Actors Who Have Played Tarzan

Actors Who Wore Tarzan's Loincloth

Jane (Maureen O'Sullivan) and Tarzan (Johnny Weissmuller) in a scene from the 1941 film Tarzan's Secret Treasure.
Jane (Maureen O'Sullivan) and Tarzan (Johnny Weissmuller) in a scene from the 1941 film Tarzan's Secret Treasure.

Edgar Rice Burroughs first introduced the world to Tarzan in a 1912 issue of The All Story Magazine.

It wasn't long until Hollywood took notice of this popular literary character and decided that he should become a movie character too. The 1918 silent film Tarzan of the Apes starred Elmo Lincoln in the title role. It was a hit and Hollywood had a new hero, one that continues to enthrall movie-goers to this day.

This guide to the actors who have played Tarzan is as complete as I could put together. If you know of any omissions, let me know in the comments section.

Please note that all photos used on this page, if not otherwise indicated, were sourced from Amazon or eBay.

Who Played Tarzan, and When

Film or Television Show
Elmo Lincoln
Tarzan of the Apes (silent)
Gordon Griffith (Tarzan as a boy)
Tarzan of the Apes (silent)
P. Dempsey Tebler
Son of Tarzan (15 chapter movie serial)
Kamuela Cooper Searle (young Tarzan)
Son of Tarzan
Gene Polar
Revenge of Tarzan
James Pierce
Tarzan and the Golden Lion
Frank Merrill
Tarzan the Mighty and Tarzan the Tiger
1928 and 1929
Johnny Weissmuller
Tarzan the Ape Man and 11 other Tarzan films
Buster Crabbe
The Fearless
Herman Brix
The New Adventures of Tarzan
Glenn Morris
Tarzan's Revenge
Lex Barker
Tarzan's Magic Fountain
Gordon Scott
Tarzan's Hidden Jungle
Denny Miller
Tarzan the Ape Man
Jock Mahoney
Tarzan Goes to India
Mike Henry
Tarzan and the Valley of Gold
Ron Ely
Tarzan (TV)
Miles O'Keefe
Tarzan the Ape Man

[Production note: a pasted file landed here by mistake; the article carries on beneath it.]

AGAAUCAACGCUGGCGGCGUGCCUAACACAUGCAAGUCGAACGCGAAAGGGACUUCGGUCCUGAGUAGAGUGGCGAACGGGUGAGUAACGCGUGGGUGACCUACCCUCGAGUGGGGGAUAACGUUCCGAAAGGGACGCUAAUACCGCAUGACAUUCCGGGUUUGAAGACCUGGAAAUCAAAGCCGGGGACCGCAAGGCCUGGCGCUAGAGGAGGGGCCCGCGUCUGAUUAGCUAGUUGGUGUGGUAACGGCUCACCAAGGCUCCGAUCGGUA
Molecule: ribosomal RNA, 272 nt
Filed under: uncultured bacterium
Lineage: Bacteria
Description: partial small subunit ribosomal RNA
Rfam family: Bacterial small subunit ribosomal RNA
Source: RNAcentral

Christopher Lambert
Greystoke: The Legend of Tarzan, Lord of the Apes
Joe Lara
Tarzan in Manhattan (TV movie) and Tarzan the Epic Adventures
1984 and 1996
Wolf Larson
Tarzan (TV)
Casper Van Dien
Tarzan and the Lost City
Travis Fimmel
Tarzan (TV)
Alexander Skarsgard
The Legend of Tarzan

Elmo Lincoln

Big, barrel-chested Elmo Lincoln was the first actor to bring Tarzan to the big screen, in the 1918 silent film, Tarzan of The Apes. Edgar Rice Burroughs wasn't impressed with Lincoln and didn't want him to play the role. Rice preferred actor Stellen Windrow, who had given up acting at the outbreak of World War I. This left the role available for Lincoln.

A second film, Romance of Tarzan, was released in 1918 and also starred Lincoln.

In 1921 Lincoln starred again as the famous ape man, in the 15-part movie serial The Adventures of Tarzan.

Lincoln died of a heart attack in 1952. He was 63.

Gordon Griffith

Griffith's got his first acting role when he was seven, playing a regular part in the four Little Billy short movies in 1914 and 1915.

Mack Sennett of Keystone Studios cast Griffith in several of his slapstick comedy movies and Griffith played opposite Charlie Chaplin, playing a paperboy in Tillie's Punctured Romance. Milton Berle often took credit for playing this role, but it was Griffith's work. In 1918 he played the boy Tarzan in the silent Tarzan of the Apes.

Griffith's career made the transition from silent films to talkies, but he got smaller roles. His last role was in the 1936 film Outlaws of the Range. After that, Griffith moved into other areas of the movie industry and got his first job as assistant director at 23. He continued to work as an assistant director until 1940, and had over 20 films to his credit.

Griffith produced five films between 1937 and 1956 and worked as an associate producer under Robert E. Sherwood. In 1941 he worked as a director and associate producer with Gregory Ratoff Productions. That same year he was named production manager at Columbia Studios but he eventually moved on to RKO to work as an associate producer.

Griffith died of a heart attack in 1958 at age 51.

P. Dempsey Tebler


Born in 1876, Perce Dempsey Tabler had a varied career: opera singer, businessman, founding member of Paramount Pictures, athlete, and wearer of Tarzan's loincloth.